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A dozen realistic headlines I hope to see in 2013:
JANUARY: "WELCOME HOME -- MORRIS, BIGGIO ELECTED TO HALL OF FAME"
Actually, I would like to see many names in this headline, including Barry Bonds and Roger Clemens, but with writers stubbornly refusing to vote for players they suspect took steroids, that simply isn't going to happen. In fact, Jack Morris and Craig Biggio may be the only players with any chance. And I hope at least one of them gets in, otherwise it will be one very dull induction ceremony, because there would be no living inductees, just former owner Jacob Ruppert, umpire Hank O'Day and 1870s infielder Deacon White.
|Craig Biggio might be one of the few living people inducted to the Hall of Fame this summer.|
If you don't think the Hall's voting system is broken, consider this: Even if the BBWAA elects Morris and Biggio, there will be more executives, managers and umpires in the six induction classes since 2008 than players born after Jackie Robinson broke the color barrier.
I can't wait to see which executives and umpires we're inducting 60 years from now while writers still stubbornly refuse to vote for PED suspects.
FEBRUARY: "SPRING NON-BREAK: JETER RETURNS TO FIELD"
When we last saw Derek Jeter, he was lying in pain on the Yankee Stadium infield with a broken ankle. Best wishes for his complete recovery this spring. And to Brandon McCarthy for his return from the line drive off his head that required brain surgery. And to Mariano Rivera, Brian McCann and every other player coming back from injury. Yes, even Alex Rodriguez.
MARCH: "WE'RE KING OF THE WORLD! U.S. WINS WBC"
The third World Baseball Classic will be played this spring, with Joe Torre managing the U.S. team. Here's hoping he can get American players -- and fans -- as excited about the WBC as most every other competing country has been since the tournament started in 2006. Hmmm. Maybe the WBC just needs a better bracket for U.S. office pools.
APRIL: "BRING IT ON! GIANTS BEAT L.A. IN SEASON OPENER"
Although largely dormant in recent decades, baseball's best, most even rivalry re-boots this season. The Giants are coming off their second world championship in three years, while the Dodgers have spent like Congress to turn themselves into top contenders. The rivalry could heat up so much that to properly hype the feud, ESPN will need to place a studio midway between San Francisco and Los Angeles.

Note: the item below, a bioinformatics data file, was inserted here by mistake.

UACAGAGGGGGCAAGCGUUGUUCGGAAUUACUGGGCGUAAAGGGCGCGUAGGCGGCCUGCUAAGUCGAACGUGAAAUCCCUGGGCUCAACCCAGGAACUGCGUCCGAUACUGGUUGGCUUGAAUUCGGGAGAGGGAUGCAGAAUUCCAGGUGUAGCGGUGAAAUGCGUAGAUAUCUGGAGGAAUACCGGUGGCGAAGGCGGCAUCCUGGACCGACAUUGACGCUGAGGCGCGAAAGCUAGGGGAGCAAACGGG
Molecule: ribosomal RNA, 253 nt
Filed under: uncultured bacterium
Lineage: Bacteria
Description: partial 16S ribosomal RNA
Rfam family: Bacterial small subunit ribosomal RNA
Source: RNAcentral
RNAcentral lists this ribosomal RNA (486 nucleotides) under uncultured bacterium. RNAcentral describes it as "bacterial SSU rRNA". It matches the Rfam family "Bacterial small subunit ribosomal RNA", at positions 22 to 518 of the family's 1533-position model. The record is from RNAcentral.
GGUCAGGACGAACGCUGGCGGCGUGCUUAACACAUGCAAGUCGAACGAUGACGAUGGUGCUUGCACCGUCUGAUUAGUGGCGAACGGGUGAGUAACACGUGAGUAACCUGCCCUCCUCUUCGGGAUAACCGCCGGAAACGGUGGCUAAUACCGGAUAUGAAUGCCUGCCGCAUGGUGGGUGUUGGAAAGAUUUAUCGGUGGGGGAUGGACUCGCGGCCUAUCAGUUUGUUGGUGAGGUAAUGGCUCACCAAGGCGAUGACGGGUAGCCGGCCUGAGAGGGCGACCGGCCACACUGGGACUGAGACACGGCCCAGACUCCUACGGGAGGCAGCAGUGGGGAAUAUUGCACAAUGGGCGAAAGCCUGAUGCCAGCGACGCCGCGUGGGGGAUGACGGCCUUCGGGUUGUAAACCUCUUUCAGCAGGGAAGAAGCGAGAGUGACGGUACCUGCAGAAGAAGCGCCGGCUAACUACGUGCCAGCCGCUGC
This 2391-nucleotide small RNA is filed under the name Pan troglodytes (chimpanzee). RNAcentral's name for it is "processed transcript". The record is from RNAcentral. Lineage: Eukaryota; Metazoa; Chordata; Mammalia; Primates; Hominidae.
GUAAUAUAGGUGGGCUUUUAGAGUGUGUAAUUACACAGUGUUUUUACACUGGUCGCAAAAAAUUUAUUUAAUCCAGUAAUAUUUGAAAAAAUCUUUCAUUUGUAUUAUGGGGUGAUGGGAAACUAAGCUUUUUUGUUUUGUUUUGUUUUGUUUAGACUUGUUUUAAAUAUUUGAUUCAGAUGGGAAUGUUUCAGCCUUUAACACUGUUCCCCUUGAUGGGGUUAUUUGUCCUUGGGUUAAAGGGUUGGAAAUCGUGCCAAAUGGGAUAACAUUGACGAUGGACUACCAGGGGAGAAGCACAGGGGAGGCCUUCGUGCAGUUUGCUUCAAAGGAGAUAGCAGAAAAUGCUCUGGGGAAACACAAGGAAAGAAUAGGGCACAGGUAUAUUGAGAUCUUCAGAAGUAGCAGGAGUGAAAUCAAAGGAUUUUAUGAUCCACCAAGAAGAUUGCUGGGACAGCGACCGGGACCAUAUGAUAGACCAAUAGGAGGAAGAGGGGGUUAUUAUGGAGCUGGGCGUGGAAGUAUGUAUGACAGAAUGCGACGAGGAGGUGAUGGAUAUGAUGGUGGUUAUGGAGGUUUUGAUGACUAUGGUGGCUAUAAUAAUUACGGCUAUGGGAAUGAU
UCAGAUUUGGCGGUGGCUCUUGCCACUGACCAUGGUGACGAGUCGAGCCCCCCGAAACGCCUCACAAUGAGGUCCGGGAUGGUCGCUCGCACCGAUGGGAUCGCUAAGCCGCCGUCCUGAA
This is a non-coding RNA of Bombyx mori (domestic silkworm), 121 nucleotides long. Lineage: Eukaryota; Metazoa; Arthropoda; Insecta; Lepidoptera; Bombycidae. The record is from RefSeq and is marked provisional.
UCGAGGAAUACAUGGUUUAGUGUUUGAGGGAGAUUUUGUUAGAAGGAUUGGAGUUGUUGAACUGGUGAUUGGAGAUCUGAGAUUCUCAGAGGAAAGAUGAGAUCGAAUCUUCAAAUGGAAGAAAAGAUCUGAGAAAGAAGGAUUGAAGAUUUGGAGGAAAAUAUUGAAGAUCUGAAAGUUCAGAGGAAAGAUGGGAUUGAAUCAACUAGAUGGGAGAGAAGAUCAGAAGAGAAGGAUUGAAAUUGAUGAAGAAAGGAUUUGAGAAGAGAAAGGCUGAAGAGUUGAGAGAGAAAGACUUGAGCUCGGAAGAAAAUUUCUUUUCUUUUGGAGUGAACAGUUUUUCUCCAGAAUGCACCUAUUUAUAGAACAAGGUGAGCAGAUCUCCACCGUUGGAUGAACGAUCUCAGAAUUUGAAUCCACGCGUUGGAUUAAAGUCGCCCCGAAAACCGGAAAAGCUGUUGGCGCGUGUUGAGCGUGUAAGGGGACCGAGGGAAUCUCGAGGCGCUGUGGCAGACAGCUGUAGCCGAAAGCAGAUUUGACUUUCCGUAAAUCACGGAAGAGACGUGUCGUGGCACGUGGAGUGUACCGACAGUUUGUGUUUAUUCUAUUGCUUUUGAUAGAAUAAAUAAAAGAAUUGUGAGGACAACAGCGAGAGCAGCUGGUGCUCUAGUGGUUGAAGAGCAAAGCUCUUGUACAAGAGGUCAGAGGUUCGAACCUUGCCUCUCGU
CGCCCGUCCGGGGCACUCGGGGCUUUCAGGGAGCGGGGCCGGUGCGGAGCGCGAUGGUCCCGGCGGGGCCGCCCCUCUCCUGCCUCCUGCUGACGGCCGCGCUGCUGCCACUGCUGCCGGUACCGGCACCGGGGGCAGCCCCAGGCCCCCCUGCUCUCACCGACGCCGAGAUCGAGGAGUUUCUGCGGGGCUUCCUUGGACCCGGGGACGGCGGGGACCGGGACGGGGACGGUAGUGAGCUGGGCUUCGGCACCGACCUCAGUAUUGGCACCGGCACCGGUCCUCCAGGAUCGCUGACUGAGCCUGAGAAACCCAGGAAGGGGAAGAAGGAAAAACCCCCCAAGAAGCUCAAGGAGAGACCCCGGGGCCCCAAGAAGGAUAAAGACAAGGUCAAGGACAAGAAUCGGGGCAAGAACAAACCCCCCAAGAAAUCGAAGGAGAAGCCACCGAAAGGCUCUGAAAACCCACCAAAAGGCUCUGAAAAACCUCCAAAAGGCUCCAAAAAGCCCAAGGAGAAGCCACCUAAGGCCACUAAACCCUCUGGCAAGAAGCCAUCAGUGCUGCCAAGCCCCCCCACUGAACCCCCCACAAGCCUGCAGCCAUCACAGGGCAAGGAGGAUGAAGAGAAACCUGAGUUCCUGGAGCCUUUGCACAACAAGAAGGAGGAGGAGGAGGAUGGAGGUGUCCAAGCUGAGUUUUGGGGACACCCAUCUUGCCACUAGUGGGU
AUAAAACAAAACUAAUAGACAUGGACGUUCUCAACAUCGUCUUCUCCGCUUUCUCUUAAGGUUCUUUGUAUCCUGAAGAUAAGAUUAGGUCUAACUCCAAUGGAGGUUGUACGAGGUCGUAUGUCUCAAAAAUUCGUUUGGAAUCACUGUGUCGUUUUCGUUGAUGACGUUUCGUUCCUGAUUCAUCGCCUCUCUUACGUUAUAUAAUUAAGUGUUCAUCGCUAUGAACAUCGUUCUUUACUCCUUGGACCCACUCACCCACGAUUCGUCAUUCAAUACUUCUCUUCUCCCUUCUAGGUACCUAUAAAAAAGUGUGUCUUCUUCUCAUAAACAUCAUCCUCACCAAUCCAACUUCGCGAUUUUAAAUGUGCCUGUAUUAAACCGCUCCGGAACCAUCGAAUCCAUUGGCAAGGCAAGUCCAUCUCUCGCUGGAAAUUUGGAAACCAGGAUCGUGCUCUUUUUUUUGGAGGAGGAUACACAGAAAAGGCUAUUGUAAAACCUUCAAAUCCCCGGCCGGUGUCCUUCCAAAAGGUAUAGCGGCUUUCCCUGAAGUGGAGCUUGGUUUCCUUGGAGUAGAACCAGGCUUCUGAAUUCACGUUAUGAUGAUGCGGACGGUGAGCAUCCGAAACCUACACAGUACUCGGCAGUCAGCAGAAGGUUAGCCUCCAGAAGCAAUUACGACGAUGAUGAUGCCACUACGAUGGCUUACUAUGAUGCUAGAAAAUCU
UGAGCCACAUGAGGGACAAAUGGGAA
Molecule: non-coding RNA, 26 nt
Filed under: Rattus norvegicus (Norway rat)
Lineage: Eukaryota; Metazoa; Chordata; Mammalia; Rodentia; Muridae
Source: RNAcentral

But let's make sure we keep the fighting on the field, fans. There is no need to ever get violent over the color of someone else's replica jersey.
MAY: "FLY, FLY AWAY! HOME RUNS INCREASE AFTER MARINERS MOVE IN FENCES"
Now that Seattle has moved in the outfield fences from a mean-spirited, soul-crushing 390 feet, there should be no more sleep-inducing 3-1 losses for the Mariners. Just think how much more exciting those three-hour 8-4 losses will be!
JUNE: "OUT OF GAS! AGING YANKEES FALL INTO LAST"
Just as ignoring a dwindling gas gauge will eventually catch up with you, so too will relying season after season on an aging roster. And with perhaps their oldest roster yet, plus injuries to Jeter and A-Rod, elbow surgery for CC Sabathia and a rejuvenated AL East, this season looks like it will be the year.
Or at least I hope so.
JULY: "MIAMI TRADE DEFICIT WORSENS: MARLINS DEAL STANTON AT DEADLINE"
Hey, they've traded away every other star on their roster. Why must Giancarlo Stanton stay in Miami with Loria and David Samson as his bosses? Let him go help a team that is trying to win instead of one fleecing the taxpayers.
AUGUST: "OPERATION SHUTUP: NATS WILL LET STRASBURG PITCH ALL SEASON"
And in addition to that, hopefully all those critics who ripped the Nationals for limiting Stephen Strasburg's innings after Tommy John surgery will acknowledge that the people who treat the pitcher's arm on a daily basis just might know a little more about his health than columnists, bloggers, radio hosts and tweeters.
SEPTEMBER: "BLACK AND GOLDEN! PIRATES CLINCH NL CENTRAL"
I just hope the Pirates remembered to include September on their pocket schedules this year.
Other teams I hope/expect to see in the postseason: Anaheim, Oakland, Tampa Bay, Toronto and Chicago in the American League, plus San Francisco, Los Angeles, Cincinnati and Washington in the National League. As for Seattle fans, you'll just have to wait for baseball to expand the playoffs again.
|Blue Jays fans could have plenty to celebrate if Jose Bautista & Co. deliver.|
OCTOBER: "YO, CANADA! JAYS WIN WORLD SERIES"